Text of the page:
TORRINGTON – It isn’t enough to know the difference between a cow and a horse, or a syringe and a stethoscope, to become a veterinary technician. To obtain the knowledge necessary to work with veterinarians, graduation from a nationally accredited program, such as that at Eastern Wyoming College, is required.
To ensure that graduates are qualified to work in vet labs, national standards must be met. This is accomplished through local visits by representatives of the American Veterinary Medical Association, from the American Committee on Veterinary Technician Education and Activities. Visits are made every
EWC hosted a four member visiting committee for two days in September. The inspection evaluates 11 standards, including finances, curriculum, library resources, and instruction facilities, as well as community involvement, said Dr. Susan Walker, Vet Tech instructor and chairman of the Veterinary
“It seems like a mountain of paperwork is required to prove we’re doing what we’re supposed to be doing,” Walker said. “Vet Tech is probably one of the more difficult curriculums and the site visit is
The team meets with local residents and businesses, in addition to inspecting and reviewing operations at EWC. Two focus on vet tech instruction, one focuses on the education portion of the scoring and the fourth considers activities.
In addition to the educational aspect of the program, team members check the local economy for such things as salaries and cost of living, and their impact on the college.
“What we do here, wouldn’t work in New York,” Walker said. “These are things the committee takes into consideration.
“It’s a helpful process,” she added. “They encourage us to be self reflective, and ask ourselves why we do it this way. Can it be done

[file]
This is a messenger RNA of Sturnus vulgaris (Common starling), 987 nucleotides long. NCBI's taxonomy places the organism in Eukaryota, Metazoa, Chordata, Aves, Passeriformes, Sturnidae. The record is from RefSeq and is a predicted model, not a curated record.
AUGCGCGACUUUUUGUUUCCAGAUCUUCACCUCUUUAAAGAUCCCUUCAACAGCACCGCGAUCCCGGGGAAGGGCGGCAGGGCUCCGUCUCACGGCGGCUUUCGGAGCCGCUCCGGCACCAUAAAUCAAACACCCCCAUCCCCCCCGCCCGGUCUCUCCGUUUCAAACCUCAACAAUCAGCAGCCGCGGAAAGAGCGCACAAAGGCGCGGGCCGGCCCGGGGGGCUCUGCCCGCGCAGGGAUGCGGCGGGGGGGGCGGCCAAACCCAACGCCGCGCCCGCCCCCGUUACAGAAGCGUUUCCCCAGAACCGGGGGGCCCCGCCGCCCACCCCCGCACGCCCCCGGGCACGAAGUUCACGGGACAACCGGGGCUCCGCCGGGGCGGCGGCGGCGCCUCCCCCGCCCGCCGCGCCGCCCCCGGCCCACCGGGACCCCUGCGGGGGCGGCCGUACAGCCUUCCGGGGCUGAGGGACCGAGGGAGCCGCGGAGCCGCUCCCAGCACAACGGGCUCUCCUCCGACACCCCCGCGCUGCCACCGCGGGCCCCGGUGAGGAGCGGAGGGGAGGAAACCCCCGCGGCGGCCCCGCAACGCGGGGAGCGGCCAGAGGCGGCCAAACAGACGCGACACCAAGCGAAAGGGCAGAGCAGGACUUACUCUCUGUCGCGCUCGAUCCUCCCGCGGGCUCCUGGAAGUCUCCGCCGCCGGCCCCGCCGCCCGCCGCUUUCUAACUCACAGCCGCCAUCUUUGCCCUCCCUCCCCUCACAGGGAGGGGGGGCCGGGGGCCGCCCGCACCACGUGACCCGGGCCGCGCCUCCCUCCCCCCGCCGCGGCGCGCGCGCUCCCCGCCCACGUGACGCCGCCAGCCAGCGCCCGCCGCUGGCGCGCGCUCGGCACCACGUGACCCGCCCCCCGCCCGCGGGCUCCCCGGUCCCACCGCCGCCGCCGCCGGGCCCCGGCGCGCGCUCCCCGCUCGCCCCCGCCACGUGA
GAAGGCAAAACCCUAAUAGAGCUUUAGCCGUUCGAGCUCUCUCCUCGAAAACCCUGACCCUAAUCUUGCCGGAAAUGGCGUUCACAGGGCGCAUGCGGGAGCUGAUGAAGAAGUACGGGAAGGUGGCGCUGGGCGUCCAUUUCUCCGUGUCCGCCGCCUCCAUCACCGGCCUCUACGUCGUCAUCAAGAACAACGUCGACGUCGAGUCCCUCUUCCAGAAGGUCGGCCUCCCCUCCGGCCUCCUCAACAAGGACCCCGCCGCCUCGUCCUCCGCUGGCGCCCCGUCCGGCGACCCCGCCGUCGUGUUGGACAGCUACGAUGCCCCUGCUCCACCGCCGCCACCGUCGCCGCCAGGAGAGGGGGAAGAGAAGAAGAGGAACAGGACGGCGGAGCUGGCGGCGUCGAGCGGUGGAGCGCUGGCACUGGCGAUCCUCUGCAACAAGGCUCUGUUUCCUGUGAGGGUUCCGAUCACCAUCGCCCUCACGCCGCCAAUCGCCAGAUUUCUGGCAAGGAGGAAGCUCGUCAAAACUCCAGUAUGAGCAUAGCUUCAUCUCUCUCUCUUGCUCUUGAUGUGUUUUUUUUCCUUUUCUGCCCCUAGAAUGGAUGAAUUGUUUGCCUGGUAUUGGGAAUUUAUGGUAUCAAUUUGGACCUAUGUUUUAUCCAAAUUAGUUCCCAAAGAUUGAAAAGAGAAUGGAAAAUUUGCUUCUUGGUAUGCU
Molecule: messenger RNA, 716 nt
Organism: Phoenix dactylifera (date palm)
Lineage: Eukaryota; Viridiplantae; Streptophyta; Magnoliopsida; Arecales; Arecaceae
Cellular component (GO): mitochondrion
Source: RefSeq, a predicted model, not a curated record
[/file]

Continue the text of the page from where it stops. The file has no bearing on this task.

“The visit is stressful, but it’s meant to be helpful.”
The recent evaluation touched on items from installing another eye wash station to clearing out a kennel that had been lost to storage for educational materials. Additional instruction space is also on the list. Suggestions range from critical, such as the eye wash station, to things that will need to be accomplished by the next visit, six years from now.
According to Walker the visits can provide ideas on different ways to do things suggested by team members who visit other programs around
“They had a wealth of knowledge on how other schools have different ways of doing similar things,”
The team report will be released in April 2018.
In the meantime, Walker said the staff and students are, and have been, incorporating the team’s suggestions, in continuing to prepare the 70 students enrolled in the EWC program to step into quality employment.
“Depending on which program they have focused on, EWC students can go to work in a hospital lab or as an assistant in a vet clinic,” Walker said. “Or they can decide to further their education in other
“We have two programs, a one year Veterinary Aide certificate or a two-year AAS Veterinary degree, “ she said. “Others thirst for more knowledge, and go on to work in specialized fields.”
“We follow the team’s recommendations and always try to keep up with the changes in standards of practice,” Walker said., noting this is important in producing quality employees.
Current vet tech enrollment includes students from Jamaica, Wisconsin, North and South Dakota, Colorado, Nebraska, Utah, Kansas, Washington and California.
“The cost of the program is a really good deal,” Walker said. “And you don’t need to leave Wyoming to work. If you don’t work with a veterinarian, there are always jobs as lab techs in hospitals. We get a lot of calls for those.
“There are so many directions you can go,” Walker said. “Government, surgery, critical care, wildlife, diagnostics, breeding farms. Four former students are working at Washington State University.
“There is a big demand for Vet Tech students,” Walker emphasized. “A lot of students have jobs before they graduate. These visits help insure the quality of instruction